BACKGROUND: The centrosome is the cellular organelle that nucleates the mitotic spindle. Polo-like kinase 1 (Plk1), a centrosome-associated serine/threonine kinase, serves as a key regulator of multiple steps in mitosis. Plk1 is overexpressed in a broad spectrum of tumor types, and its expression often correlates with poor patient prognosis. We have previously observed centrosome amplification in myeloma, and have validated other components of the myeloma centrosome and mitotic apparatus as therapeutic targets. The present study explored the expression of Plk1 in myeloma and the effect of BI2536, a potent and selective inhibitor of Plk1, on myeloma cells in the pre-clinical setting.

METHODS: Plk1 expression was assayed in a panel of myeloma cell lines (MMCL) and AutoMACS-purified CD138+ patient bone marrow plasma cells (BMPC). The anti-myeloma effects of BI2536, alone or in combination with conventional agents, were assayed on myeloma cells with proliferation (MTS) and apoptosis (Annexin V/propidium iodide) assays. The phenotype of treated cells was examined with DNA content analysis and immunofluorescence microscopy. The efficacy of BI2536 monotherapy was evaluated in NOD/SCID mice bearing RPMI8226 xenografts.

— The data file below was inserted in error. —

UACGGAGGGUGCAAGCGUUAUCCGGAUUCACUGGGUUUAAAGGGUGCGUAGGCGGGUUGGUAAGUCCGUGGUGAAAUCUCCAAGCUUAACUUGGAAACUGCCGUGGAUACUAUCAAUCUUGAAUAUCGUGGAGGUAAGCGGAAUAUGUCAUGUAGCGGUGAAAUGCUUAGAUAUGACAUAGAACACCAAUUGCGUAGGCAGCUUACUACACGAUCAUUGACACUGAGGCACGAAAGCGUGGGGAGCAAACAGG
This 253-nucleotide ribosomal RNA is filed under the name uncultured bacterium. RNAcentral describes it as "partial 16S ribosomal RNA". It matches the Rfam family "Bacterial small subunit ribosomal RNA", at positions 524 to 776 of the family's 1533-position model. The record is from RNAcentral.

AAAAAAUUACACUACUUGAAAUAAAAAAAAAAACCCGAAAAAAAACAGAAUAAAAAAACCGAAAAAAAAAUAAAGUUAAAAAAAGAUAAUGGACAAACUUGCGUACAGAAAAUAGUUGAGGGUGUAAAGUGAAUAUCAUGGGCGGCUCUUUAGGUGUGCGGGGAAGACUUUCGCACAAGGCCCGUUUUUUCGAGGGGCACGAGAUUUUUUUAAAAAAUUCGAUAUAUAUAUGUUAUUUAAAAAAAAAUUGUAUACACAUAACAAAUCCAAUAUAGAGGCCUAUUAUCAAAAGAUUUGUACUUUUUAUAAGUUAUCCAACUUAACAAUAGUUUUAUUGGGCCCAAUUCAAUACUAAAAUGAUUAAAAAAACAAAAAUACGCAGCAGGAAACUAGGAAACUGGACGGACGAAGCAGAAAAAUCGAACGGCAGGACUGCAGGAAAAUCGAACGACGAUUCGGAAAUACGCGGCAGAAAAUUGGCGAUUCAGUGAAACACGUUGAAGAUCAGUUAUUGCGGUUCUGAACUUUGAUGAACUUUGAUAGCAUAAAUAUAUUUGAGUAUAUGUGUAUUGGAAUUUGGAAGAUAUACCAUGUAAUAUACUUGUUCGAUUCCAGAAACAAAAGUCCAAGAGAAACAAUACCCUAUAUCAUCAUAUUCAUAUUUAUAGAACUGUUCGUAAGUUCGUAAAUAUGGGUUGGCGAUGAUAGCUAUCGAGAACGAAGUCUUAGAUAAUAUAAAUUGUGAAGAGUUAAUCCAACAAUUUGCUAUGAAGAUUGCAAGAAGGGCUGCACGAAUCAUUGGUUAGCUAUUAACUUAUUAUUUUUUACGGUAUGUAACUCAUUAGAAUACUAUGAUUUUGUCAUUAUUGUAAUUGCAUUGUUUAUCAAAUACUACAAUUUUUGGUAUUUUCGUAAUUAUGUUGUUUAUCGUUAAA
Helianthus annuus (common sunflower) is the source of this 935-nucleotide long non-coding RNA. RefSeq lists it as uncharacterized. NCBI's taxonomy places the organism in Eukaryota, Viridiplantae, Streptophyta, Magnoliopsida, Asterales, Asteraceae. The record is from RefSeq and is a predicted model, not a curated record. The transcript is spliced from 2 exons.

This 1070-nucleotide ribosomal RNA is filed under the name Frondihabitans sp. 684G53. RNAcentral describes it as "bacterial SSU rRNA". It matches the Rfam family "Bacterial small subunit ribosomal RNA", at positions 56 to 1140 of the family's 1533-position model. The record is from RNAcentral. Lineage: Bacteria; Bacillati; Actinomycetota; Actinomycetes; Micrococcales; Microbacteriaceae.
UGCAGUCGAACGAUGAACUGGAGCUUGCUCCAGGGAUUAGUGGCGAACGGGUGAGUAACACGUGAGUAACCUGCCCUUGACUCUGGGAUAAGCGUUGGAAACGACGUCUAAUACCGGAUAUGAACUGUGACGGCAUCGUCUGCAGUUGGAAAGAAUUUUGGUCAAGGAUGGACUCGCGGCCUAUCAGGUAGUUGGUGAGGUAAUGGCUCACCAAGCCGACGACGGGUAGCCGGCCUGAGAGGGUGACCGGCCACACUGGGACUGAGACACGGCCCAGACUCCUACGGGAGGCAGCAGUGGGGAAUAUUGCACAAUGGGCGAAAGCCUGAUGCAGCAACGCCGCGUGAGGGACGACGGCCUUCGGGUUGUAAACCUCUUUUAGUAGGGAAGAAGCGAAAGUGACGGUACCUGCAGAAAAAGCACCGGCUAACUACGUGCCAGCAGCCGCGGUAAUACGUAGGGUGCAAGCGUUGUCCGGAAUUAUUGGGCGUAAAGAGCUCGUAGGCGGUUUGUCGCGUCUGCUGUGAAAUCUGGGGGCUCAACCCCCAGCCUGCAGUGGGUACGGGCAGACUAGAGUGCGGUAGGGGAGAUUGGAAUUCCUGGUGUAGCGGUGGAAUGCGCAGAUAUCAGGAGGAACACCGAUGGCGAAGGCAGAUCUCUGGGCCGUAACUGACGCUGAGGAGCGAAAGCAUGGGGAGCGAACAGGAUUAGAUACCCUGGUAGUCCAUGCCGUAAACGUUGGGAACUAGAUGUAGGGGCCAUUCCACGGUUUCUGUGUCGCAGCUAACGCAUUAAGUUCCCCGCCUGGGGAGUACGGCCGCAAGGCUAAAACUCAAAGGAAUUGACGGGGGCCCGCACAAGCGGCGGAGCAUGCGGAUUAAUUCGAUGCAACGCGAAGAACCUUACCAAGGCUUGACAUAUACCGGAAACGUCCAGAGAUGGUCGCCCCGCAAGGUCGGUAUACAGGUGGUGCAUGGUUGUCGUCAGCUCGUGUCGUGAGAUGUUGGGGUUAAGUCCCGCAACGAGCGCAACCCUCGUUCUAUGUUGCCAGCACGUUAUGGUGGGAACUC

RESULTS: Plk1 is ubiquitously expressed in myeloma to varying degrees in both MMCL and BMPC. BI2536 inhibited the proliferation of MMCL (RPMI 8226, U266, LP-1 and KMS-11) and patient BMPC at nanomolar concentrations. The addition of BI2536 was able to overcome resistance to dexamethasone. Bortezomib in combination with BI2536 had significantly increased anti-myeloma effects compared to the use of either agent alone. BI2536-treated MMCL accumulated 4N DNA content prior to undergoing apoptosis. The phenotype of BI2536-treated cells is consistent with inhibition of Plk1, showing prometaphase arrest and monopolar mitotic spindles in a dose-dependent fashion. BI2536 induces regression of human myeloma xenografts in NOD/SCID mice. Taken together, BI2536 is a promising new agent for the treatment of multiple myeloma. This work provides further evidence that Plk1 and the amplified myeloma centrosome are targets for therapy.

Author notes

Disclosure: No relevant conflicts of interest to declare.